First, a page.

It is not that there are no supplies, but these are being diverted to the 'open market' to reap windfall profits. For instance, wheat which is sold at Rs 6.75 a kg through the public distribution system, fetches as much as Rs 13 in the 'open market'. Modern day economists will insist that there is nothing wrong with market forces deciding the price of foodgrains in rural Bengal. But that is as facetious as Churchill's claim of protecting Hindustan "from the horrors and perils of the World War".
If traders hoarded rice during the famine of 1943, accentuating the shortage and fuelling the famine, under the benign gaze of an uncaring civil administration controlled by Britain's equally unfeeling wartime Government, public distribution system dealers in districts across West Bengal - Bankura, Burdwan, Nadia, Murshidabad and Birbhum are witnessing food riots every day - have either hoarded rice and wheat or diverted supplies to the 'open market' with more than a little help from CPI(M) leaders and the hugely corrupt administration they run.
There is a difference, though: In 1943, famished men, women and children meekly surrendered to their fate, as the accompanying photograph of a peasant and his two sons shows. There was no struggle for survival: Godowns were not raided by hungry masses, traders were not attacked, administration offices were not set on fire. Today, there is no such meek surrender. Ration shop dealers, who are also card-carrying members of the CPI(M), are being beaten up and their shops and godowns are being ransacked. Local Marxist chieftains who dare intervene on behalf of the dealers-turned-hoarders are being chased, in some cases out of villages.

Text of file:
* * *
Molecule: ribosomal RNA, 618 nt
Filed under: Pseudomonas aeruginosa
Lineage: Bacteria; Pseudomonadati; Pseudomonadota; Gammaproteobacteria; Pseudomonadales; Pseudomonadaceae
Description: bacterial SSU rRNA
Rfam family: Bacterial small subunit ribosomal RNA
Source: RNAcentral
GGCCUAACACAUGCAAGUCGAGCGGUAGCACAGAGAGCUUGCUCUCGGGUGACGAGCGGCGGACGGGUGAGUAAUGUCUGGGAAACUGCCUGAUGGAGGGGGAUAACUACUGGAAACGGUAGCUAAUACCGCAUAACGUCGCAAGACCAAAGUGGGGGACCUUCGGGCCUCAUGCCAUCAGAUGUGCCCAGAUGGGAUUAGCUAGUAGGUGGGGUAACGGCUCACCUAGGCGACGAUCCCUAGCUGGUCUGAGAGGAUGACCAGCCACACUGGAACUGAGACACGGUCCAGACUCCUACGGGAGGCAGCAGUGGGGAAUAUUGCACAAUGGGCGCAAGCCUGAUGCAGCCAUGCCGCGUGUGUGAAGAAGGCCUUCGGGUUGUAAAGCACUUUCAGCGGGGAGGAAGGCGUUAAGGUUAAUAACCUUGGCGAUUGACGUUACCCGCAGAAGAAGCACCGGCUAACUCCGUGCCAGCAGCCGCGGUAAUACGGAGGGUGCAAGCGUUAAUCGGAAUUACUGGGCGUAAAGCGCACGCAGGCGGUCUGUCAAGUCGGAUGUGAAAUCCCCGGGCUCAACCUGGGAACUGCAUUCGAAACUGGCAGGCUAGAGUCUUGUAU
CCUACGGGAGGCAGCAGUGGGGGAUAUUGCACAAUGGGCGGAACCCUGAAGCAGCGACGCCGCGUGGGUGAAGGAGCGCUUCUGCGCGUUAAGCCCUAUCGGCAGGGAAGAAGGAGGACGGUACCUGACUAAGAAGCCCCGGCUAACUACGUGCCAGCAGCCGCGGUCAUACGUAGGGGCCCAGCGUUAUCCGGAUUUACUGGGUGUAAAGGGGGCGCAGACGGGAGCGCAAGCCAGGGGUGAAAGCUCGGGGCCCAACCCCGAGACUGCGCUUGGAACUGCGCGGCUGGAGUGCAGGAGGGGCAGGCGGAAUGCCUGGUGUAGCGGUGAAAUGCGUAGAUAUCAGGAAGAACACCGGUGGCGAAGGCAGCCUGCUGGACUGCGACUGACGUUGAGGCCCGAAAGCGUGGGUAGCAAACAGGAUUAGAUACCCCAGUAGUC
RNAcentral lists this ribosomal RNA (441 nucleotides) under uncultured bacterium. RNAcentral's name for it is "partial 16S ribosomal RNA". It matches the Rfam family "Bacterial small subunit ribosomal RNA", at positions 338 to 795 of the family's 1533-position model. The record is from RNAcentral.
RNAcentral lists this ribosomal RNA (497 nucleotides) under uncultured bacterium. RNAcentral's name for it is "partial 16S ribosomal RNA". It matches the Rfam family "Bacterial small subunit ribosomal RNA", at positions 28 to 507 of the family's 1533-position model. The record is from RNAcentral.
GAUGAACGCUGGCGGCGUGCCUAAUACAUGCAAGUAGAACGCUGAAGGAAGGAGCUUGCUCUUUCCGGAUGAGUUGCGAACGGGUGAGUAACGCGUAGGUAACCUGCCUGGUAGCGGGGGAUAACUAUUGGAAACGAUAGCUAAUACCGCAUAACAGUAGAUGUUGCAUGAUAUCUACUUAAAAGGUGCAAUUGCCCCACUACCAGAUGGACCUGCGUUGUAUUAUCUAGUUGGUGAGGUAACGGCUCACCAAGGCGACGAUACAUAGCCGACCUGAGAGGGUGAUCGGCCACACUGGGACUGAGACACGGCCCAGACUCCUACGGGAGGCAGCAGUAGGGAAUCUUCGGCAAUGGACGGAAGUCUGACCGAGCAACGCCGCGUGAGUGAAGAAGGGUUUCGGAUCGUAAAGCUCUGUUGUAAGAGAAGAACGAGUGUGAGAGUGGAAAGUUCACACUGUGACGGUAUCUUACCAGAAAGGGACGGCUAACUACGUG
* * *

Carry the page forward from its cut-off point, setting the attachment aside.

The Left Front Government of West Bengal claims the agitation is being stage-managed by Maoists and Jamaatis. To prove that there is no shortage of food, it points to well-fed, well-nourished Kolkata, forgetting to mention that the city was untouched by the famine of 1943 too. Such pathetic efforts to discredit the impoverished, hungry masses would convince only those who sit in the airconditioned confines of AK Gopalan Bhawan, agonising over the India-US nuclear deal even as the distant thunder rolls nearer from West Bengal.